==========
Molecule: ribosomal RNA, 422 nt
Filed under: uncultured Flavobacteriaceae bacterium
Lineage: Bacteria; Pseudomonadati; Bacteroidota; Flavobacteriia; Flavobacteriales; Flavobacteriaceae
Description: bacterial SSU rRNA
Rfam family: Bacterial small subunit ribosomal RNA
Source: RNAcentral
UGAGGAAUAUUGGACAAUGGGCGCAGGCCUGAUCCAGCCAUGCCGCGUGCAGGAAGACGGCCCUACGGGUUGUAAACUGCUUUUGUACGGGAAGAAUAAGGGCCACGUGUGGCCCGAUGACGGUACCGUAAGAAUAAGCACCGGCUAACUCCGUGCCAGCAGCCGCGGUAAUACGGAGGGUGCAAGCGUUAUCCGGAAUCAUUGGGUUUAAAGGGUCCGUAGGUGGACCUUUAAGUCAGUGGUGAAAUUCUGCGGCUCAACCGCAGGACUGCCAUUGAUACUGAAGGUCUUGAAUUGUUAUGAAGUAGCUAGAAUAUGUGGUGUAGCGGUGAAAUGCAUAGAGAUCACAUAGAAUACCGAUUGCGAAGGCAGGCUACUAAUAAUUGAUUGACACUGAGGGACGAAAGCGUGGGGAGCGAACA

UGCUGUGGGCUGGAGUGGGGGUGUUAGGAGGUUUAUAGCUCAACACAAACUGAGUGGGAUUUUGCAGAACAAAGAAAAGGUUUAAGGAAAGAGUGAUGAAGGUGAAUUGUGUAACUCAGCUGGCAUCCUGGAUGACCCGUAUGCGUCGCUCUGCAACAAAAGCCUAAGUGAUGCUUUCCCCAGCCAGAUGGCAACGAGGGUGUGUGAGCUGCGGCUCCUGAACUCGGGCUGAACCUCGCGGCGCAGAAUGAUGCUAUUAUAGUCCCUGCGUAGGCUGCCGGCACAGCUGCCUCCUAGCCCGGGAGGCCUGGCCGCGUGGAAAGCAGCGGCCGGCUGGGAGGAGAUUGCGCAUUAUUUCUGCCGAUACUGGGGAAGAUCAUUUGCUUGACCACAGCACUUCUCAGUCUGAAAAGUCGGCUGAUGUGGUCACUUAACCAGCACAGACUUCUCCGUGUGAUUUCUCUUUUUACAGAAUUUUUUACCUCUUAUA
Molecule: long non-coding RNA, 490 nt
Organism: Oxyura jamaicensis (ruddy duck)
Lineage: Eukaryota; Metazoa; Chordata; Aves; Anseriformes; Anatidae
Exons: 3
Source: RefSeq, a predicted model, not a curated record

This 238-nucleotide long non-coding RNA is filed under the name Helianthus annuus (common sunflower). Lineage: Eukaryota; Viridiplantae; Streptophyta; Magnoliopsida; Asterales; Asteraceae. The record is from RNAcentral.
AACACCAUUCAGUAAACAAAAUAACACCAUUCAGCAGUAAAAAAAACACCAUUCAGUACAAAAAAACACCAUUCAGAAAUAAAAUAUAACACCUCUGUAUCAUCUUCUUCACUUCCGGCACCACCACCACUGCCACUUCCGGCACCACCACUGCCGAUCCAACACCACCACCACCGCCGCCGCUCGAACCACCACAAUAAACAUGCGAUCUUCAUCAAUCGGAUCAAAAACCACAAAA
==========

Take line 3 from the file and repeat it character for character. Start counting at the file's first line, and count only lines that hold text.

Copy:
Lineage: Bacteria; Pseudomonadati; Bacteroidota; Flavobacteriia; Flavobacteriales; Flavobacteriaceae